Strikes me that the novelists of bygone days could say so much without saying very much. We often speak of ‘reading between the lines’ in a modern context – but far too often there is no subtlety in much of what is written.
The account of the two friends, Arkady and Bazarov, of their relationships with their own fathers and of their individual romances (one successful, one failed) makes for a great book. Arkady seems to be in awe of his friend Bazarov (the nihilist) and yet, when Bazarov oversteps the mark, we see Arkady’s great respect for his father. We even have the subplot of Arkady’s father (a widower), his new love (Fenichka) and the interference by his father’s brother (Pavel). The ‘pistols at dawn’ is almost comical.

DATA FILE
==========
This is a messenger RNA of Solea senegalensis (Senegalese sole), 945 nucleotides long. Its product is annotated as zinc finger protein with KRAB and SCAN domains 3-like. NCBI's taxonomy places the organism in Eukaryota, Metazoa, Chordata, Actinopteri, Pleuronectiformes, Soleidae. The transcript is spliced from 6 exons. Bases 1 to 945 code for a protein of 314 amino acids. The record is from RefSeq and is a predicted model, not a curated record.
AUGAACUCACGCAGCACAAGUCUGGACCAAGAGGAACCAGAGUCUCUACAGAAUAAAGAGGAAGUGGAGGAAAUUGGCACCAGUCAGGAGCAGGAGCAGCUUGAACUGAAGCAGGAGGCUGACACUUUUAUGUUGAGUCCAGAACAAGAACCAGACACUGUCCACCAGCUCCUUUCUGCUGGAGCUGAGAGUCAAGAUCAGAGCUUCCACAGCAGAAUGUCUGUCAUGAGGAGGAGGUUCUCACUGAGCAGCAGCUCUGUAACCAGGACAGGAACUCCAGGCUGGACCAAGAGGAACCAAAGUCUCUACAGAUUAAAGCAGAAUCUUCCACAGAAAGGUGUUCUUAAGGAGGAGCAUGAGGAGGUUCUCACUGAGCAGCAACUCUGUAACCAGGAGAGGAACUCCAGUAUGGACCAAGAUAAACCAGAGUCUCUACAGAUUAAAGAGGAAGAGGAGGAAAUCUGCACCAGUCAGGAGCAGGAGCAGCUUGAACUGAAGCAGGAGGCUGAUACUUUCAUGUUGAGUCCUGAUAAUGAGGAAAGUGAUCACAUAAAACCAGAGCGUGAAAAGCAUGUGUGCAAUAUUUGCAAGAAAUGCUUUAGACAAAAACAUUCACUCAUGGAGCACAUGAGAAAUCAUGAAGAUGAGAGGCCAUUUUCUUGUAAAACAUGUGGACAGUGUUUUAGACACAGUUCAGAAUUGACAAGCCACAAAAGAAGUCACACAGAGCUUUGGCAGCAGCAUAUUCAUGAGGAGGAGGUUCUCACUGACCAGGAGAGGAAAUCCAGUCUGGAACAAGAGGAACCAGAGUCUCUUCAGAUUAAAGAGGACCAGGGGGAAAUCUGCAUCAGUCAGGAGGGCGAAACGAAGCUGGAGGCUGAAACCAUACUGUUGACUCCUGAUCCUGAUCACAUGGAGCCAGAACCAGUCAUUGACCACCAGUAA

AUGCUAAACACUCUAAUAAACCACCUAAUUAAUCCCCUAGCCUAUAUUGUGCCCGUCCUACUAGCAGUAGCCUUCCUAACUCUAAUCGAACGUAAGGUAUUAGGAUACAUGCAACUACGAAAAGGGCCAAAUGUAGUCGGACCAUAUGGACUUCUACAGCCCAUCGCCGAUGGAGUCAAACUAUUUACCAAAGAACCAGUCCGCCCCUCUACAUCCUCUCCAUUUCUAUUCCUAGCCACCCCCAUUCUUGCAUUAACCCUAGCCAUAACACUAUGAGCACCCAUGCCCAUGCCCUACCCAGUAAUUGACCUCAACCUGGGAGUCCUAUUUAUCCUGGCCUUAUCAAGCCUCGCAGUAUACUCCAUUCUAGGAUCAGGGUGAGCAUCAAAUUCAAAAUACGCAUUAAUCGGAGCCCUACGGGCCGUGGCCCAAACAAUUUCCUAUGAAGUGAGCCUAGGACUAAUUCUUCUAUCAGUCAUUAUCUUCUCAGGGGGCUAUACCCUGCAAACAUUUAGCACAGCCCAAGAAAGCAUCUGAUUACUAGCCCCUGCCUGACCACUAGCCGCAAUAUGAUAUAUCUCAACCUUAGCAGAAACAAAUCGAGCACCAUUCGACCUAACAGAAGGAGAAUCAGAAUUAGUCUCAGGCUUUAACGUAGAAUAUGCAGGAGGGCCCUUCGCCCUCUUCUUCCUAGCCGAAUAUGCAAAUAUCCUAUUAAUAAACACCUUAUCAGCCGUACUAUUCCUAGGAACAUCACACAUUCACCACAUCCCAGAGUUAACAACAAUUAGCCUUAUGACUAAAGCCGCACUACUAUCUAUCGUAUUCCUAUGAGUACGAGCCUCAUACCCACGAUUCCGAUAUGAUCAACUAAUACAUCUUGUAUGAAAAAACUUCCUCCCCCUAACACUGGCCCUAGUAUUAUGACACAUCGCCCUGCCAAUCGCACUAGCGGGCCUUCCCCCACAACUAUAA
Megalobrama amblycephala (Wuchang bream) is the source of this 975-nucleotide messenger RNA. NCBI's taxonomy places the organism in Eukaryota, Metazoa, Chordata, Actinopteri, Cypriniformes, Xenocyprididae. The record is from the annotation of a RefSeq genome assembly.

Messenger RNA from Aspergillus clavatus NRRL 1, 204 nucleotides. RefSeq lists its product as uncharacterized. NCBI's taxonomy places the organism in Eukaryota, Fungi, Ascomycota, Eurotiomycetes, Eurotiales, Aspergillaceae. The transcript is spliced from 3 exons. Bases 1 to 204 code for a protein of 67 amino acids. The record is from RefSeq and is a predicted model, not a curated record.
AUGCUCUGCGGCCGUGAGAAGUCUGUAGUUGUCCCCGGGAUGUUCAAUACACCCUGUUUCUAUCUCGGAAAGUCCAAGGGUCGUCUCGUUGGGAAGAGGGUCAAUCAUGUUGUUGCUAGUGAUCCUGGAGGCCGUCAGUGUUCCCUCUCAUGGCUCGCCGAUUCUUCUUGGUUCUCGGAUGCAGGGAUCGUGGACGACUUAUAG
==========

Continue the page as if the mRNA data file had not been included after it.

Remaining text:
The backdrop to the novel is mid 19th Century Russia and ‘peasants’ beginning to asset their rights – posing lots of challenges for the landed gentry. Bazarov, the nihilist, seems equally critical of all social forms. Nikolai Petrovich, Arkady’s father, is wrestling with the changes on a day to day basis.
Fate in unkind to Bazarov. His mother worships the ground upon which he walks, his father not much less. His friendship with Anna Sergeevna Odintsova reamins just that – although he would have it differently. He removes homself from the company of Arkady’s family – as a logical consequence of his falling out with Pavel. And finally he succumbs to illness – really not through his own fault.
All in all well worth a read (or a listen). Turgenev’s characters come alive – through their interactions and their struggles with their emotions.